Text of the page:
Use this URL to cite or link to this record in EThOS: https://ethos.bl.uk/OrderDetails.do?uin=uk.bl.ethos.783892
Title: Growth, photophysiology and photosynthesis of two marine diatoms grown under predictable intra-diel light fluctuations
Author: Passfield, William
ISNI:       0000 0004 7969 4702
Awarding Body: University of Essex
Current Institution: University of Essex
Date of Award: 2019
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Abstract:
Natural diatom populations experience variability in irradiance because of several physical processes. Laboratory studies often neglect this and use a static light environment. Consequently, the way dynamic light environments impact growth and photophysiology of diatoms is poorly understood. To address this, several aspects of photophysiology were measured in the diatoms Thalassiosira pseudonana and Phaeodactylum tricornutum when grown under square-wave (SQ), sinusoidal (SI), and low (LF) and high (HF) amplitude light fluctuations of a 1-hour period each with the same light dose. Acclimation to increasing light fluctuation amplitude was found to be functionally similar to high light acclimation. Chlorophyll-a specific light absorption coefficients, maximum photosystem II electron transport rates (ETR) and the capacity for non-photochemical quenching (NPQ) all increased from SI to HF cultures. In both species increasing light fluctuation amplitude reduced growth rate. This reduction was greater for T. pseudonana than P. tricornutum. In HF cultures growth rates were 50% and 62% of those in SQ cultures respectively for the two species. Similar daily ETR between SI and LF cultures of P. tricornutum suggested that differences in the photosynthetic efficiency of light utilisation were a poor explanation for the lower growth rates in LF cultures. Lower growth rate under fluctuating light was instead hypothesised to be caused by greater photodamage and energy investment in photoprotection. Higher NPQ in P. tricornutum reduced net photodamage compared with T. pseudonana. However, light harvesting and ETR in P. tricornutum appeared to be adapted to a lower light environment than T. pseudonana. Higher amplitude light fluctuations also decreased intradiel variability in photoacclimation. This response was greater in P. tricornutum and was responsible for this species ability to maintain a consistent daily ETR between SI and LF regimes. This is thought to give P. tricornutum a competitive advantage in more dynamic light environments.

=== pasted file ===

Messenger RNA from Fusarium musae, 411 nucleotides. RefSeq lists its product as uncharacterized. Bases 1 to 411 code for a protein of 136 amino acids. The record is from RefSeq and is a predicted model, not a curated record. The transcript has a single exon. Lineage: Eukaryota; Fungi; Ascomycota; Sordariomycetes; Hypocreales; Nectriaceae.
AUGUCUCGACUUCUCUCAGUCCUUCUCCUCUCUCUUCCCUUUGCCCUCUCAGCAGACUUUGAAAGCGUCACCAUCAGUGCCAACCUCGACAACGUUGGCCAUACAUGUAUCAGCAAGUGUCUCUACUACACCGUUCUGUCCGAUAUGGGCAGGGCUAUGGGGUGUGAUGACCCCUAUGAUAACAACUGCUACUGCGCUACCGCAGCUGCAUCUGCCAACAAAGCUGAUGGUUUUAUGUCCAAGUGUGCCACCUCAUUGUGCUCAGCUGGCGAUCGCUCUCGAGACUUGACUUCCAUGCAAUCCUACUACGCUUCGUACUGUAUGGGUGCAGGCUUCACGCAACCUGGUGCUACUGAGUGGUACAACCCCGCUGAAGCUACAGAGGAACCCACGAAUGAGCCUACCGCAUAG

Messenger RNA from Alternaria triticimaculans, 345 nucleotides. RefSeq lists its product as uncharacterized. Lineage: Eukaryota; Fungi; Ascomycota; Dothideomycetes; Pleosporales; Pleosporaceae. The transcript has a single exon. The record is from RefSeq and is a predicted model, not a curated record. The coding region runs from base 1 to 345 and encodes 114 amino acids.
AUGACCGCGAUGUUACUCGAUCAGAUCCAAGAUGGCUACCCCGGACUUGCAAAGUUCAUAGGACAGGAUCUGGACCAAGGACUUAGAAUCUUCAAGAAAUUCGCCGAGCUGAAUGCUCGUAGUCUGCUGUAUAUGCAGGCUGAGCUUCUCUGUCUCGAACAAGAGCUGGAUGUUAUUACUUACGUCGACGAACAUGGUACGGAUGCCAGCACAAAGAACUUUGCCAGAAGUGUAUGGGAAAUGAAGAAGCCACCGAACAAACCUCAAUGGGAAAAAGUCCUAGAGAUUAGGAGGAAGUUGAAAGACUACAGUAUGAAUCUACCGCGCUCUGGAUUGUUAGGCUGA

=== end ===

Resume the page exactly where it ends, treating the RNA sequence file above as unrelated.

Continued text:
Supervisor: Not available Sponsor: NERC
Qualification Name: Thesis (Ph.D.) Qualification Level: Doctoral
EThOS ID: uk.bl.ethos.783892  DOI: Not available
Keywords: QR Microbiology
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